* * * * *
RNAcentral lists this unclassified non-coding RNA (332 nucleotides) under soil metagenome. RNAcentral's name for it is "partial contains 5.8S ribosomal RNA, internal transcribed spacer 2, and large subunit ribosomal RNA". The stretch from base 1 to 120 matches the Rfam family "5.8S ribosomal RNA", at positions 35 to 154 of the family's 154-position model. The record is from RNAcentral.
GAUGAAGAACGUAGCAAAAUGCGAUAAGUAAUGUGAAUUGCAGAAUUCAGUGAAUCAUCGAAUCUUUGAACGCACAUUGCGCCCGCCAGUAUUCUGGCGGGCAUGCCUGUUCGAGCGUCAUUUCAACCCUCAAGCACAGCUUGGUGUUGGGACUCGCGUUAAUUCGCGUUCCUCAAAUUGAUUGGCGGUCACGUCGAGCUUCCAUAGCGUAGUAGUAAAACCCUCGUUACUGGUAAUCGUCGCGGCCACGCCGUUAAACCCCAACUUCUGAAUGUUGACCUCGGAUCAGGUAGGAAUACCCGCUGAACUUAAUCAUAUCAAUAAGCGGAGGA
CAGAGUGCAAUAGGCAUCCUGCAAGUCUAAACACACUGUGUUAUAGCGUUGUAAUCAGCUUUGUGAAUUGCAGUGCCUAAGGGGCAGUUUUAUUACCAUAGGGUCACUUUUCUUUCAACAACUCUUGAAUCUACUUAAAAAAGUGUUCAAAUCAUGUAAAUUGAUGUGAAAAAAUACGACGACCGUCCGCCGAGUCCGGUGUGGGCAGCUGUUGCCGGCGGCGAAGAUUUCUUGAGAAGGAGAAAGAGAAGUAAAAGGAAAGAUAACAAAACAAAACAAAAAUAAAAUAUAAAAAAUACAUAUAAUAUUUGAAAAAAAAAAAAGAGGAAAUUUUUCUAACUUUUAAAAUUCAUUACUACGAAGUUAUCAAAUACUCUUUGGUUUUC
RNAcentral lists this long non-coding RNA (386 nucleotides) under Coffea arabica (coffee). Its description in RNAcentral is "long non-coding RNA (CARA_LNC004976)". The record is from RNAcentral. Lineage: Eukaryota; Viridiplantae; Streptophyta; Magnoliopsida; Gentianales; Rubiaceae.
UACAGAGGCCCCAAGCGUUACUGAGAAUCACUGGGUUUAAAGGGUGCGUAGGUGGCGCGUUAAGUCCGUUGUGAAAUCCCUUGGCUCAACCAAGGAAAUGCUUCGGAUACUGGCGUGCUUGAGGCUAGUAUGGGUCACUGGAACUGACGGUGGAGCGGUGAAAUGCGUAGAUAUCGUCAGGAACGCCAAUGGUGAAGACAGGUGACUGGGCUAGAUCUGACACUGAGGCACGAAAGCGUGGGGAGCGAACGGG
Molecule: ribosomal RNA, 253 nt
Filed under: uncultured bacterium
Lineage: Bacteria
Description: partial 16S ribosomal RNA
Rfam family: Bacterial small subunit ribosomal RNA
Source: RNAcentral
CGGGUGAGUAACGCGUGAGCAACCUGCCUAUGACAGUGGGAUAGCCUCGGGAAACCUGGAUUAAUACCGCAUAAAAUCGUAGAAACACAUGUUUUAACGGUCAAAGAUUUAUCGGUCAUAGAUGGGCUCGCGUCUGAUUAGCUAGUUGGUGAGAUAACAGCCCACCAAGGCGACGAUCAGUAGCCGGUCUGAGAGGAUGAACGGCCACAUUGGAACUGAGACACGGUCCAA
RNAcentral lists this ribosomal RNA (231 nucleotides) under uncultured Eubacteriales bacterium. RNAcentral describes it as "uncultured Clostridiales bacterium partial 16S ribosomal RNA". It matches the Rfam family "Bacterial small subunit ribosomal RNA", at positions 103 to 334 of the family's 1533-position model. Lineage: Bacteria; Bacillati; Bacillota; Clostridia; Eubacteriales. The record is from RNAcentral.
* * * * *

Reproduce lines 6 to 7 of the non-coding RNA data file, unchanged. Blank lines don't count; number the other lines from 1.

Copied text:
Molecule: ribosomal RNA, 253 nt
Filed under: uncultured bacterium